Combine testing gives teams a feel for prospects
Potential draftees attending the NHL Scouting Combine go through physical exams and mental tests as teams determine the proper fits.
There are two key elements to the Combine -- the interview process and the physical testing. The interviews take place in 15-minute blocks, where general managers, scouts and psychologists meet with the prospects face to face in their hotel suite.
Then there's the physical testing, which sees the players run through a gamut of exercises used to rate their strength, stamina and explosiveness.
So, is one more important than the other?
"It's all important," Washington Capitals General Manager George McPhee told NHL.com. "You try to take in, absorb as much as you can of every player in every regard, put it all together and make a decision."
For some teams, the interview process takes on a greater importance because it's probably the first time teams can talk to a player in a one-on-one setting. Some teams will visit with upwards of 50 players, and use their time to get a judge on the player's character, as well as get answers to any questions pertaining to on- or off-ice issues.
It can be a bit tricky, because players are so well coached for the interview process by agents and advisors, and are given hints from teammates and friends who have gone through the process previously.
"You're getting a feel for the players," New York Islanders Director of Amateur Scouting Ryan Jankowski told NHL.com. "We get a chance to meet them face to face, get an understanding of what they went through during the season, what they see in their game and if we correlate it the same way."
Teams also have started to employ psychologists to sit in and analyze players and their answers.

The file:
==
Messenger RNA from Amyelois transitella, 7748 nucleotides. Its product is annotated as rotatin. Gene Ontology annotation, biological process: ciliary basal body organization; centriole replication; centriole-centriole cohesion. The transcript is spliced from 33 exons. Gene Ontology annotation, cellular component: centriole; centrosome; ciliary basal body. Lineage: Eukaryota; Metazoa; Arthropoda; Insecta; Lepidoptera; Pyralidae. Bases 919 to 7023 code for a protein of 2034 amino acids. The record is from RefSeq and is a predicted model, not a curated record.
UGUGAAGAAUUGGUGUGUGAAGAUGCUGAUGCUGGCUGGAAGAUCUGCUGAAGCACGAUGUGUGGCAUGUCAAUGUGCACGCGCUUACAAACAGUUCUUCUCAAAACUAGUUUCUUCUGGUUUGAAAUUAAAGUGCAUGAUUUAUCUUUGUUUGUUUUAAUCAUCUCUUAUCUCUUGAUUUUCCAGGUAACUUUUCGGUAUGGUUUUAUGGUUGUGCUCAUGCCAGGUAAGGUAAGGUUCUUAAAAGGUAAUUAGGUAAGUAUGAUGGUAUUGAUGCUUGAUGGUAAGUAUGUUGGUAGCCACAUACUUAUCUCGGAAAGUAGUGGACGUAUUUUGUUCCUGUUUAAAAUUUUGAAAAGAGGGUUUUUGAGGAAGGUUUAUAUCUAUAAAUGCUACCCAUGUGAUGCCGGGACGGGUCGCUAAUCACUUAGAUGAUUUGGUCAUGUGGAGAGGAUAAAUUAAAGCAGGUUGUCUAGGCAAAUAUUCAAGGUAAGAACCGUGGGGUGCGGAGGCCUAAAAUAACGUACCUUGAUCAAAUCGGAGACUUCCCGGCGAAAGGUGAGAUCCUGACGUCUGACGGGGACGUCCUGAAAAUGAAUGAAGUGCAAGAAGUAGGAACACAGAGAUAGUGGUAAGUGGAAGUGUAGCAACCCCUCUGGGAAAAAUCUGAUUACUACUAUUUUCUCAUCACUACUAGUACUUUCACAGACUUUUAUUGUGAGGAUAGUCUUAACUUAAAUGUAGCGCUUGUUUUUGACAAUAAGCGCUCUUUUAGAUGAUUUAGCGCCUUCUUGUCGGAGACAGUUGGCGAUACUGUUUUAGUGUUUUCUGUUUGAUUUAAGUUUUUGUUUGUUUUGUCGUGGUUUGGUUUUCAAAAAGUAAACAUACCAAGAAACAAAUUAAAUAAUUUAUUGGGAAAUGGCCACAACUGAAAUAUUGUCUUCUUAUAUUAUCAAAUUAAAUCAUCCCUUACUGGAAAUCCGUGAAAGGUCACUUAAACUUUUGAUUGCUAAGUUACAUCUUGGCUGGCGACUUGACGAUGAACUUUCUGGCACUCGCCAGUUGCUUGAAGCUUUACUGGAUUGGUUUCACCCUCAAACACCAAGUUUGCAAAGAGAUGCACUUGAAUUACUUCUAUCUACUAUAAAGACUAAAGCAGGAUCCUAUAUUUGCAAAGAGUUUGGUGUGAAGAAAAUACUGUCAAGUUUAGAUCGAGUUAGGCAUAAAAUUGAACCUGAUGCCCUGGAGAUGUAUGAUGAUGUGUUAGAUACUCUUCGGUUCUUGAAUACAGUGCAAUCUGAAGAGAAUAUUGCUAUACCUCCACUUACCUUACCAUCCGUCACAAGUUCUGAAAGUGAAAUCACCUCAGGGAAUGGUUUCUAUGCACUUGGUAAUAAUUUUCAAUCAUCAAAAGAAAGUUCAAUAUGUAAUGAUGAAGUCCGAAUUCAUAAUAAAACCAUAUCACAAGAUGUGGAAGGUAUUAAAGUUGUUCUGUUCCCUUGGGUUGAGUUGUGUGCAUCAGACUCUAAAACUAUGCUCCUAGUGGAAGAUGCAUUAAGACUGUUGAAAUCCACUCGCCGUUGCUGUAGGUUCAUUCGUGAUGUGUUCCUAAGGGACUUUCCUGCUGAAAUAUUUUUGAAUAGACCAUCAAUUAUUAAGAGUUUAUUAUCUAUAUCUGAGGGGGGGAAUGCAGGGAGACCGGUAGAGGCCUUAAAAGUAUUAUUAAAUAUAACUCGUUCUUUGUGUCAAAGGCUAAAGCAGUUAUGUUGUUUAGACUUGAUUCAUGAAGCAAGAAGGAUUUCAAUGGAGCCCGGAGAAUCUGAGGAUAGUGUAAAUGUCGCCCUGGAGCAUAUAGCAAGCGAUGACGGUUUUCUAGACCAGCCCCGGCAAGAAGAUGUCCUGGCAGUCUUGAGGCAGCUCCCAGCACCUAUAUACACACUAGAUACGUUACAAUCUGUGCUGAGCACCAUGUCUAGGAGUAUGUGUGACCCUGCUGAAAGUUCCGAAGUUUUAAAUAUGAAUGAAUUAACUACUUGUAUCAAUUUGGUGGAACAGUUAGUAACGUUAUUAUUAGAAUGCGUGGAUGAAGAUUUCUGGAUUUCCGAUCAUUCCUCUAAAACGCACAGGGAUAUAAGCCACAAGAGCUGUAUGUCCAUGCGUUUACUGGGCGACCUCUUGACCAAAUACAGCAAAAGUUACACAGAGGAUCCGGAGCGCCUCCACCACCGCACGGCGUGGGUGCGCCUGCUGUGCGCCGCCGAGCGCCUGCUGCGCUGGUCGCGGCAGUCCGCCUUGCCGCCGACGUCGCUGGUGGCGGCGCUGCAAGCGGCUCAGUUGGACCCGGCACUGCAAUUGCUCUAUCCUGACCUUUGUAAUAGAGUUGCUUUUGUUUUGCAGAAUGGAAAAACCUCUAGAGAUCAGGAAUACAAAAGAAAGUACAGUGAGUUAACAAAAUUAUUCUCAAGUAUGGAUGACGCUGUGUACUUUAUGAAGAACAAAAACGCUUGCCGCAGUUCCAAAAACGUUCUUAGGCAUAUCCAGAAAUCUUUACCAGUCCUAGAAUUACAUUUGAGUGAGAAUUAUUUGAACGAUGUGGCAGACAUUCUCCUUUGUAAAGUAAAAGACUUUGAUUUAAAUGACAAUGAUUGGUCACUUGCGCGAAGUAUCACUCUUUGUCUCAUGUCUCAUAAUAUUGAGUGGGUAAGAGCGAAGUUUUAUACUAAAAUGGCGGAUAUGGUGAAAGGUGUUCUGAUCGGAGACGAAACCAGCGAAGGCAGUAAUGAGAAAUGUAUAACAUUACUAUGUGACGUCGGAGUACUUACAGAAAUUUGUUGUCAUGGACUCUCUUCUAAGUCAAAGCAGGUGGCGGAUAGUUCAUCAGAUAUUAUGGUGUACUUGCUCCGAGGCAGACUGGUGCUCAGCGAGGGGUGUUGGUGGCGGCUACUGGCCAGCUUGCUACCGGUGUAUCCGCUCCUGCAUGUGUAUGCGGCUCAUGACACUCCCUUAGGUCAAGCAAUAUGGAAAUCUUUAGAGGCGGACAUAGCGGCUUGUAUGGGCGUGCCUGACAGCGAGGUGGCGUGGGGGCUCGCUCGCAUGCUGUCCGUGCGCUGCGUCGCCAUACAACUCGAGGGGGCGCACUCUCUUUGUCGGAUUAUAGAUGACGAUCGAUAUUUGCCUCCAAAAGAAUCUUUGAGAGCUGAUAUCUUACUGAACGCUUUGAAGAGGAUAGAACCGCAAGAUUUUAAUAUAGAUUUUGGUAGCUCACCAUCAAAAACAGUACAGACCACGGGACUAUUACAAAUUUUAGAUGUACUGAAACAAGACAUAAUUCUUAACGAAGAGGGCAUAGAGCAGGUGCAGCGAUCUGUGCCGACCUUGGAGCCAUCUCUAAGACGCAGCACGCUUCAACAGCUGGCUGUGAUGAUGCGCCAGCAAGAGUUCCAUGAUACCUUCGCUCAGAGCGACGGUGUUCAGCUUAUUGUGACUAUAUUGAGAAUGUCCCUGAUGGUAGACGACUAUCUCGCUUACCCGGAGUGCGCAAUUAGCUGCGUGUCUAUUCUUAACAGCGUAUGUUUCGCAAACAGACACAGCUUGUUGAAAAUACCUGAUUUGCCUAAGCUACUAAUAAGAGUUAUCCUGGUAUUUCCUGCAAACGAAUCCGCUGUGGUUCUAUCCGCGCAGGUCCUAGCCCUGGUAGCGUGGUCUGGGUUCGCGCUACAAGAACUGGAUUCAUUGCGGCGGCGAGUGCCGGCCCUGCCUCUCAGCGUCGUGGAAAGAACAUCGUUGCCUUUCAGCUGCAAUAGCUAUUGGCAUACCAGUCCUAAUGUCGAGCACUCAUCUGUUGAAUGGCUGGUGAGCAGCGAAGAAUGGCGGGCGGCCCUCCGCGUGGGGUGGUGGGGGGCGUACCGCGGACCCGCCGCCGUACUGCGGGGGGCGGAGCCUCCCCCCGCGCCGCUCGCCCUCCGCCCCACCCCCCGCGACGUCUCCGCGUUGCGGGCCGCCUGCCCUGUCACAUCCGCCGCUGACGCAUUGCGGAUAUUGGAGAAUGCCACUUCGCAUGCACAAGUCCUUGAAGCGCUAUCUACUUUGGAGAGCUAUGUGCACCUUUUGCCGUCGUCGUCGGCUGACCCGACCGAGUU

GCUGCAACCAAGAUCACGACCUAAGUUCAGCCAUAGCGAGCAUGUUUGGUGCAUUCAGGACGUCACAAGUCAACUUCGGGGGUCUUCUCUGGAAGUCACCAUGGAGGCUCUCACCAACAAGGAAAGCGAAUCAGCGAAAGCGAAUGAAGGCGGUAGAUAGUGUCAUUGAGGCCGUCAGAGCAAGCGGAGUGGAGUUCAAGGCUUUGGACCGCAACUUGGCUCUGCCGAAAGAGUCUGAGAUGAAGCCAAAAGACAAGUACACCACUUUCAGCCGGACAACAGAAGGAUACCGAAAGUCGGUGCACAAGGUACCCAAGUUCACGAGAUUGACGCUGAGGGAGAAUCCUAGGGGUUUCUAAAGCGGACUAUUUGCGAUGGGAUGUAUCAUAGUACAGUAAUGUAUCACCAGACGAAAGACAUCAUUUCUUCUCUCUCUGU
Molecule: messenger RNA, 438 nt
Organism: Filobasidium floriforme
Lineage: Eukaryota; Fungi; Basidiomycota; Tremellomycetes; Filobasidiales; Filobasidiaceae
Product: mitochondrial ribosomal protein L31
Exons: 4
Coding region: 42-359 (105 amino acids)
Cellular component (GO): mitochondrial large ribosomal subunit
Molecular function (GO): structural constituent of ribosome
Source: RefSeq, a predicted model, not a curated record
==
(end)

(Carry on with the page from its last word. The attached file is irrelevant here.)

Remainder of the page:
"I don't pretend to be equipped to deal in the mental skills part of an interview where you evaluate what's been said," Atlanta Thrashers GM Rick Dudley told NHL.com. "I'll sit in on the interviews, get a comfort level with a player, but we'll have a couple people, psychologists and psychiatrists, brought in to evaluation the answers from these guys. How much stock we put into it I'm not sure at this point."
Dudley, who played nine seasons in the NHL and WHA, finds the physical testing easier for him to judge.
"I am somewhat of an expert in the physiological part of it," he said, "so for me I like to watch how they work out in the testing."
What he's looking for, however, isn't the results -- it's how they gut their way through the circuit, especially the grueling bike tests.
"The physical testing is a great opportunity for us to see the kids put through the measures of each area," said Jankowski. "Get a chance to see where they are from a physical standpoint and how much of a chance there is to grow physically."
While the Combine is useful, McPhee said when the final decision on who to draft will be made in Los Angeles on June 25-26, what happened at the Combine will be a part of that puzzle; how big a part, though, depends on a number of situations.
"Really it comes down to a hunch," said McPhee. "You can't explain what's more important or what a certain player does. You just watch them all year and try to make a decision as best you can with all the information you have. It usually comes down to an instinct, a hunch. After watching them do everything, you like a certain player and that's who you draft.
"It (the Combine) is a very helpful piece (of the puzzle), but one part of the whole package."